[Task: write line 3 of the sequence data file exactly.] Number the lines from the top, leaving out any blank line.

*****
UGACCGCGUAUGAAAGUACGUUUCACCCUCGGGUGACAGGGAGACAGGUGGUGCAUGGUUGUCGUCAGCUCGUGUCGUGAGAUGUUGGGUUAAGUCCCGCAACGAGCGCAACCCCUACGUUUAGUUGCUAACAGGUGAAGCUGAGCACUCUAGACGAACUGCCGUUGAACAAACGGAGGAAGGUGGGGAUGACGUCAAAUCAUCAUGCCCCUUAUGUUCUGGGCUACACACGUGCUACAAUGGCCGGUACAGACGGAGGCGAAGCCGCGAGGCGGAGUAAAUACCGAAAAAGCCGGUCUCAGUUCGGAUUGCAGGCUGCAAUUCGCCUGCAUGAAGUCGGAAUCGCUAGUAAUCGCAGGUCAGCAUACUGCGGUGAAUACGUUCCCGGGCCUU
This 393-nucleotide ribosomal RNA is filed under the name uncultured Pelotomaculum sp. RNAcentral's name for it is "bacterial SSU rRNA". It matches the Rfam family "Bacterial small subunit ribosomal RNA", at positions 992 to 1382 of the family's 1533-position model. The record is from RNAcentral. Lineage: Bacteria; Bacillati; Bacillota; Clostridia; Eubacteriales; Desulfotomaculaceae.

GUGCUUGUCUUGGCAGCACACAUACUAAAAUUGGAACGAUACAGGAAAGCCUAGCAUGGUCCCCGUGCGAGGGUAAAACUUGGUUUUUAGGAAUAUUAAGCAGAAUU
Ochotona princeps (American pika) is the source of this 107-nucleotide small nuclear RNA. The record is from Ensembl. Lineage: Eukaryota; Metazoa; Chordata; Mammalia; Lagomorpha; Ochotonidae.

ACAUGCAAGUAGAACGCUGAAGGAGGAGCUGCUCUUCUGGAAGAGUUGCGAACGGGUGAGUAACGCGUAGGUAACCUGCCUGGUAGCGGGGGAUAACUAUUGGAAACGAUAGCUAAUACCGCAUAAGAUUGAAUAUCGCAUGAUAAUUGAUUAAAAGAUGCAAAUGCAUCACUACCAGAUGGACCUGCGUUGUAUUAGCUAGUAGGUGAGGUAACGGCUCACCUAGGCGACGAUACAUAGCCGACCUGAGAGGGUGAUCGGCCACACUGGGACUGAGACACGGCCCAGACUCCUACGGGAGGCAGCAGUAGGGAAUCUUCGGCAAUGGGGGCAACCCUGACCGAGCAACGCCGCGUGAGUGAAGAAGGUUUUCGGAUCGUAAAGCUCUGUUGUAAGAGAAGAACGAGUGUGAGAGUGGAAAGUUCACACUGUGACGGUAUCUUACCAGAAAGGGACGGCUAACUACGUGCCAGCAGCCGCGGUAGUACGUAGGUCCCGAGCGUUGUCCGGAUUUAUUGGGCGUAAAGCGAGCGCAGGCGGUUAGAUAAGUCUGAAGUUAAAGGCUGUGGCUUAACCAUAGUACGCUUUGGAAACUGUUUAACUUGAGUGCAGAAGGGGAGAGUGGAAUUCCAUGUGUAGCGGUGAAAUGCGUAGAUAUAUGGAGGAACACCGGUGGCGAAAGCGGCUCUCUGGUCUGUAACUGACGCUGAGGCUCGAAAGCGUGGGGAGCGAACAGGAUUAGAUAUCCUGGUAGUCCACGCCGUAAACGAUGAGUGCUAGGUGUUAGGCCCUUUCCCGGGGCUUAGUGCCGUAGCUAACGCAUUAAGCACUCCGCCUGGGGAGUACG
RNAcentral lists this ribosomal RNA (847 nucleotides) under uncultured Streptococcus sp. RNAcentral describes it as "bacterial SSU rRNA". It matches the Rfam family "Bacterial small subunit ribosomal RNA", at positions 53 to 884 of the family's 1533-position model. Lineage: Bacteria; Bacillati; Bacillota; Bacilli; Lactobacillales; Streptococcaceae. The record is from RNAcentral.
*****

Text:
GUGCUUGUCUUGGCAGCACACAUACUAAAAUUGGAACGAUACAGGAAAGCCUAGCAUGGUCCCCGUGCGAGGGUAAAACUUGGUUUUUAGGAAUAUUAAGCAGAAUU